Above: leading American wine professional Ceri Smith has mounted a campaign urging Americans to write their representatives in Congress and the U.S. Trade Representative asking them not to implement 100 percent tariffs on European wines. See links below.
“Imagine, you are a small importer of French/Italian wines,” writes wine retailer Ceri Smith, owner of the taste-making Biondivino wine shops in the Bay Area.
“You scour the regions to find the wine you want to work with. You develop the relationships with the winemakers. You place the order, pay up front, coordinate the shipment, the back labels, the FDA and all the other government rigmarole, pay all the taxes and duties, load the wine on the container and wait. 30 days while it is in transit. While you wait — the first round of 25% tariffs goes into affect — after your ship left. After you’ve pre-paid close to $200,000 for your container of wine. It lands and gets transferred to warehouse and then, you are told, you have to pay $50k on top of what you already have paid before your wine will be released. How [messed] up is that. Now imagine, if it were 100% tariffs.”
The U.S. Trade Representative (USTR) is currently considering whether or not to impose 100 percent tariffs on European wines — including French, Italian, Spanish, etc.
The deadline for citizens to share their concerns regarding the proposed duties with the USTR is Monday, January 13, 2020.
In its request for comment, it asks U.S. citizens to weigh in as to “whether maintaining or imposing additional duties on specific products of one or more specific EU member states would cause disproportionate economic harm to U.S. interests, including small or medium-size businesses and consumers.”
You can read the USTR “annex II” here, including the request for comment.
Before the New Year’s holiday, I asked a number of U.S. wine professionals to share their (well-founded) fears about the fallout from said tariffs should they be put into place. Here are just some of their responses, including passages culled from their comments submitted to the USTR.
Please join me, Ceri, and all our colleagues below in writing to your representatives in congress and to the USTR (links at the end of this post).
This is so disastrous that the consequences are hard to wrap my head around, but it looks life-threatening. David Lillie and I have spent 18 years building our business, and it could get wiped out in one blow; for better or worse we’ve tied our love of European wine to the life of our shop. We have 25 employees, many with families; we pay their health insurance; we pay a boatload of taxes. Chambers Street Wines is a micro business, but there are many thousands of employees and owners around the country who will be similarly affected — to say nothing of how this will impact our wine loving customers.
Chambers Street Wines (New York)
The proposed tariffs on all European wines will adversely impact not only our little enterprise here in the San Francisco Bay Area, but that of the hundred-plus importers and distributors with whom we work. The various local, American-owned importer companies will be decimated by doubling the price of the wines they offer. Now consider the impact on the people who work for those companies… if sales diminish to near ZERO, sales reps will have to find another means of employment. Now let’s consider the ramifications on the little independent, “Mom & Pop” (Daughter & Son) wineries who rely on a significant percentage of their sales to the U.S. market and you’ll have put thousands (perhaps millions) of people in dire economic straits. Now factor in the myriad of other goods apart from wine on which such tariffs are being considered. Can the world economy sustain such a financial disaster?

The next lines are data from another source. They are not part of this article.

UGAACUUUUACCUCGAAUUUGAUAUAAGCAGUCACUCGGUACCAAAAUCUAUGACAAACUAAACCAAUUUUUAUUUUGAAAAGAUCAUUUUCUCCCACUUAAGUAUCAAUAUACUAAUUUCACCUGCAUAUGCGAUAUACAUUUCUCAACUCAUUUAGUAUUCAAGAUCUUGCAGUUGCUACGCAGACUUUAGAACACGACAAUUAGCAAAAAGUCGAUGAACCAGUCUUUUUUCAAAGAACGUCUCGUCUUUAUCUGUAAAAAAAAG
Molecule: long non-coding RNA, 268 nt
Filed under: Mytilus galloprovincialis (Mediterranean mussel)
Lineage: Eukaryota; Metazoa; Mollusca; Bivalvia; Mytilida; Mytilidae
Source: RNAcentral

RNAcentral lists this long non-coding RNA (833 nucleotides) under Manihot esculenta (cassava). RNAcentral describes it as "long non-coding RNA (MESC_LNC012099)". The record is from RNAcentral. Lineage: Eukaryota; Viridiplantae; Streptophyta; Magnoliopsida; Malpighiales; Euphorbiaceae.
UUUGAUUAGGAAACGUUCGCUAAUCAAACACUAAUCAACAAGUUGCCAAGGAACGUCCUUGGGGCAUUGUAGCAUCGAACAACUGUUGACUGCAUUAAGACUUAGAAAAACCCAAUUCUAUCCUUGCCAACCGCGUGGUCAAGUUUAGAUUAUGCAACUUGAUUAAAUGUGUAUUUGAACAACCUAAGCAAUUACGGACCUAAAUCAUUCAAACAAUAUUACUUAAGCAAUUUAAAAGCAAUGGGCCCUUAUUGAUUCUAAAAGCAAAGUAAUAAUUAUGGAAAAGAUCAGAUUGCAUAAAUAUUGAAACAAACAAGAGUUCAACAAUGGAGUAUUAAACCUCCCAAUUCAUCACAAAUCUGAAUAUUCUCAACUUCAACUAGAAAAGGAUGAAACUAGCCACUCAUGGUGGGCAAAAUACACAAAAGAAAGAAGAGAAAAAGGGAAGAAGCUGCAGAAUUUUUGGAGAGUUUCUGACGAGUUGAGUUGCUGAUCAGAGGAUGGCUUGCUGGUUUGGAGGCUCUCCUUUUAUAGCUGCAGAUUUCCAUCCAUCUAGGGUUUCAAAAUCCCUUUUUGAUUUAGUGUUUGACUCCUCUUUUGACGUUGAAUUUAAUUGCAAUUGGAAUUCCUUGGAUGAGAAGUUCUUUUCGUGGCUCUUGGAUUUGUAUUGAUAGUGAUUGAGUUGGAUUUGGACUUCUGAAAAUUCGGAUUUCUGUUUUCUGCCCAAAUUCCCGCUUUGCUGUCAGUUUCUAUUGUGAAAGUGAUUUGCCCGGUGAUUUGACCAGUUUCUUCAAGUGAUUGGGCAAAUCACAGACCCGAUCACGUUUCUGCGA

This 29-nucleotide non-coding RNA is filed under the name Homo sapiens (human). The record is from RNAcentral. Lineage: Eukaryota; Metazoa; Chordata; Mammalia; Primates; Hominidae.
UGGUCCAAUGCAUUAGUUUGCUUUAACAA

Weimax Wine & Spirits (Burlingame)
My 73-year-old business is not being helped by these tariffs, but [they] will cause the slow-down of business which is entwined with imported products. That may cause me to lay off employees due to business decline. It seems that Mr. Trump wants to hand out with one hand and snatch away with the other.
A senior wine trade member (California)
Field Blend Selections employs five people (two partners, one full-time salesperson, and two part-time salespeople). We lease office space in New York City and warehouse space in New Jersey. We utilize various American logistics companies to transport wine across the country and overseas. We contract warehouse services, truck drivers, and delivery people through our warehouse to deliver our products. Those products are then sold in over 275 restaurants and retail shops in New York and New Jersey, which rely upon our company and these items to sell to their guests and customers. Our industry is built on hundreds of other similar companies that support jobs across the economic spectrum — warehouse worker to wine salesperson, retail associate to delivery driver. And together, these companies provide a choice to consumers that ensures quality and value.
Field Blend Selections (New York)
I’ve been talking to my controller about [the possibility that] these tariffs will be doubled. It’s doomsday for everyone! If this [mess] takes effect, I will be out of business [as will] every company like mine.
Vignaioli Selections (New York)
Please join me and each of the wine professionals quoted here in writing to your representatives in the U.S. government, including the U.S. Trade Representative. Thank you.
To your senators (via the National Association of Wine Retailers):
To your congressperson (via the National Association of Wine Retailers):
To the United States Trade Representative: